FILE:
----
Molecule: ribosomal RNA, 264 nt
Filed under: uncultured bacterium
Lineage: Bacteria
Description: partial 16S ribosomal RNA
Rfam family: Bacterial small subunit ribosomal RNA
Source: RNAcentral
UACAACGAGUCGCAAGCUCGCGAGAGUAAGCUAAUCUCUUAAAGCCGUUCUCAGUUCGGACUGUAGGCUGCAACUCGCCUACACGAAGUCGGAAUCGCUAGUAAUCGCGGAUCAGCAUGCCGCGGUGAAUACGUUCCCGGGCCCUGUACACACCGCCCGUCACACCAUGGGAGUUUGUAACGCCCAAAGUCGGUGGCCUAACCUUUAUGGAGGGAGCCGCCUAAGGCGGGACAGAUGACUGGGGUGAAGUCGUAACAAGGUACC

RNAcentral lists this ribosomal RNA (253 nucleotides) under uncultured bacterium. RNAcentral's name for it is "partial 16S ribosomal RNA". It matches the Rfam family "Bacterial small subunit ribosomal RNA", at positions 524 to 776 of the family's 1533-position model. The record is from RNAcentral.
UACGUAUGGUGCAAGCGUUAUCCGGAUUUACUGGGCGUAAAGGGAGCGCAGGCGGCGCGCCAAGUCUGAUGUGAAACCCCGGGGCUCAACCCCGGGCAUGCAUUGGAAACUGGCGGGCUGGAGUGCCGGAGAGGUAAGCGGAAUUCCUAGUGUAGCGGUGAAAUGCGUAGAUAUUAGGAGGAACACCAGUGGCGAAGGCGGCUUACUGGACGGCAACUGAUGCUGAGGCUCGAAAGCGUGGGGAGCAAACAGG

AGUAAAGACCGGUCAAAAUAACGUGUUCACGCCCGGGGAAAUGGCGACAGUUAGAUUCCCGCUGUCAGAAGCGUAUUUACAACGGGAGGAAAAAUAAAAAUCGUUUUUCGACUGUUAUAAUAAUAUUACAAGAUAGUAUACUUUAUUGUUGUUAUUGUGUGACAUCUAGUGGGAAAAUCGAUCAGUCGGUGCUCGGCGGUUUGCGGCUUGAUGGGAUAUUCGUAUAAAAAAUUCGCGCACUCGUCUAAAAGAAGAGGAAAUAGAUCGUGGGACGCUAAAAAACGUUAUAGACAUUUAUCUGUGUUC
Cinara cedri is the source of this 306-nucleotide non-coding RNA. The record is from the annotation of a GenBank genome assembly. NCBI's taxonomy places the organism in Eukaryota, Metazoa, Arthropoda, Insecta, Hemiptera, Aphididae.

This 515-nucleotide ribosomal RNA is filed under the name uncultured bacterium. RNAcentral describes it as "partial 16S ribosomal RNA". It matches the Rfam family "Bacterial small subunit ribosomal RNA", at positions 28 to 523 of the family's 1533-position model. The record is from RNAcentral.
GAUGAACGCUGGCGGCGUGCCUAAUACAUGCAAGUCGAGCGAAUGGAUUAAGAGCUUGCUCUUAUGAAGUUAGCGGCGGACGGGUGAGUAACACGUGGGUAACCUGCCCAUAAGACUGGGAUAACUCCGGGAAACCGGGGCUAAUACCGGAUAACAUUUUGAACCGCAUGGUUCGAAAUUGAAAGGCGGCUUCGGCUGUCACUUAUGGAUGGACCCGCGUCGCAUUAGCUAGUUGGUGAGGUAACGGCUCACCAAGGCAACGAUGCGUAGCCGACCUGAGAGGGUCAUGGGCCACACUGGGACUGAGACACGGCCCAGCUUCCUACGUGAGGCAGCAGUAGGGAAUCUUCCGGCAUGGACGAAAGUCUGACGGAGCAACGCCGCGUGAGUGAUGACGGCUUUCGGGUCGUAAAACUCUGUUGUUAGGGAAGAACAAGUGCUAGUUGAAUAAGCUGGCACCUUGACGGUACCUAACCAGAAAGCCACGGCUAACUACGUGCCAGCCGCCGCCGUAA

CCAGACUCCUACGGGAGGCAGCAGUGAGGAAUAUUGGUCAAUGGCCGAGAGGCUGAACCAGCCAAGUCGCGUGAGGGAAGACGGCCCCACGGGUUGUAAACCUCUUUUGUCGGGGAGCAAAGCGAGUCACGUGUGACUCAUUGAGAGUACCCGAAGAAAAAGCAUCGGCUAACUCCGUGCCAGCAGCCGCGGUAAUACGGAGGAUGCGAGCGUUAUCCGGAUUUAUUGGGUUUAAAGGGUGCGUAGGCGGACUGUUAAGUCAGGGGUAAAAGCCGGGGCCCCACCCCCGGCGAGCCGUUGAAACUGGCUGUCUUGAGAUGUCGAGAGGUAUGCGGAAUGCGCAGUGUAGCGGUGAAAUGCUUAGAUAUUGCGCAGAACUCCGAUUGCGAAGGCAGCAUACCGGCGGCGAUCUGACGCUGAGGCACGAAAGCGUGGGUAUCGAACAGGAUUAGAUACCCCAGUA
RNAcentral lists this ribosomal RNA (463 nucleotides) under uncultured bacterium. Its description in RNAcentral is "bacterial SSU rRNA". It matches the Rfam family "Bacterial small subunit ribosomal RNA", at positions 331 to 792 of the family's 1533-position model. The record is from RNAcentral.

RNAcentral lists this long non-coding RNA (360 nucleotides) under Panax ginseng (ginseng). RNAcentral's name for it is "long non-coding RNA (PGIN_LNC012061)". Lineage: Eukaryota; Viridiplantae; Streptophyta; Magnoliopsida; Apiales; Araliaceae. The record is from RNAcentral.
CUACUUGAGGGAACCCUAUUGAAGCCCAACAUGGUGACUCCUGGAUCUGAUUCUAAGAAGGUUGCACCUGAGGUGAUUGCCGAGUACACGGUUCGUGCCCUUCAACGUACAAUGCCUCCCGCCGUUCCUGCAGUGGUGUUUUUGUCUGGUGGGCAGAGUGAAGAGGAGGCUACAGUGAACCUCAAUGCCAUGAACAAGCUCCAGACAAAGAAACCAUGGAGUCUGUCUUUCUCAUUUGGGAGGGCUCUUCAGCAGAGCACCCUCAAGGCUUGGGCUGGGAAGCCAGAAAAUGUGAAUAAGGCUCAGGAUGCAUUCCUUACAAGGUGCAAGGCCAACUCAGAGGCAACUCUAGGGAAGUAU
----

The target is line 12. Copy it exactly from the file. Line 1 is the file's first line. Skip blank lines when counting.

This 515-nucleotide ribosomal RNA is filed under the name uncultured bacterium. RNAcentral describes it as "partial 16S ribosomal RNA". It matches the Rfam family "Bacterial small subunit ribosomal RNA", at positions 28 to 523 of the family's 1533-position model. The record is from RNAcentral.